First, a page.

Exhibit 7-12 shows the portions of the levels of Federal-aid highway investment considered that HERS allocates to the NHS. To throw light on the projections for NHS pavement quality that are presented, the exhibit also shows the sub-portions of modeled NHS spending that HERS allocates to rehabilitation projects (which influence average pavement quality more than expansion projects). At the assumed level of Federal-aid investment that would cause HERS to allocate to the NHS an annual average of $40.6 billion, matching the level invested in 2010, the model projects average pavement roughness on the NHS will be 23.7 percent lower in 2030 than in 2010. For HERS to project average pavement roughness to remain unchanged between these years would require assuming an annual average NHS spending level of $22.5 billion, an amount that could be achieved if NHS spending declined by 6.01 percent per year beginning in 2010.

Exhibit 7-12. Projected 2030 Pavement Ride Quality Indicators on the NHS Compared with 2010, for Different Possible Funding Levels. A line graph plots values for percent change in average pavement ride quality over average annual NHS investment in billions of year 2010 dollars modeled in HERS. From an initial value of zero percent change in average pavement ride quality at an annual investment of $22.5 billion, the trend shows a smooth swing downward, reaching a value of minus 14.0 percent change at an annual investment of $31.4 billion, a value of minus 23.7 percent change at an annual investment of $40.6 billion, ending at a value of minus 35.3 percent change at an annual investment of $58.1 billion. Source: Highway Economic Requirements System.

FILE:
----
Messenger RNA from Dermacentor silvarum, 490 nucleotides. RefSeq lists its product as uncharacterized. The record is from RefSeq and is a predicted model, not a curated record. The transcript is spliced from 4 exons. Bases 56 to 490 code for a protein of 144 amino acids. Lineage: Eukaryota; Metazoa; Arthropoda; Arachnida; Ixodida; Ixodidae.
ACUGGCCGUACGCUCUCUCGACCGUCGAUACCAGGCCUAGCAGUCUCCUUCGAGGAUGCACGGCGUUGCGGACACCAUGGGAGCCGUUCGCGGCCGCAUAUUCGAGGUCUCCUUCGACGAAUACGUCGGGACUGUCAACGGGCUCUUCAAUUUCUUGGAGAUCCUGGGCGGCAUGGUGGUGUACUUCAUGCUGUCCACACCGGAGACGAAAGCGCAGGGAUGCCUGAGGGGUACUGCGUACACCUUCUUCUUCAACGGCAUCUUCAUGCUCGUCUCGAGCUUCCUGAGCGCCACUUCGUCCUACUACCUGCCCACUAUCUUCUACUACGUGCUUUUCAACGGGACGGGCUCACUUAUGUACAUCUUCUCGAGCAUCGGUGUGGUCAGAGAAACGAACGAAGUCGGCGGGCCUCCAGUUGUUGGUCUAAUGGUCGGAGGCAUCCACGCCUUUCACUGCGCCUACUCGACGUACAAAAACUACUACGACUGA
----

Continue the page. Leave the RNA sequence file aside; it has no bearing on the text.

Minimum BCR Cutoff HERS-Modeled NHS Capital Investment 1 2Projected Impact of HERS-Modeled Capital Investment on the NHS1
Computed
Average Annual
Percent Change
in Spending 3
Average Annual
Spending
(Billions of
2010 Dollars)
Total
Average Annual
Spending
(Billions of
2010 Dollars)
System Rehabilitation 4
Percent of 2030
VMT on Roads
With...5
IRI<95
Percent of 2030
VMT on Roads
With...5
IRI<170
Average IRI
Projected
2030 Level
Average IRI
Change
Relative to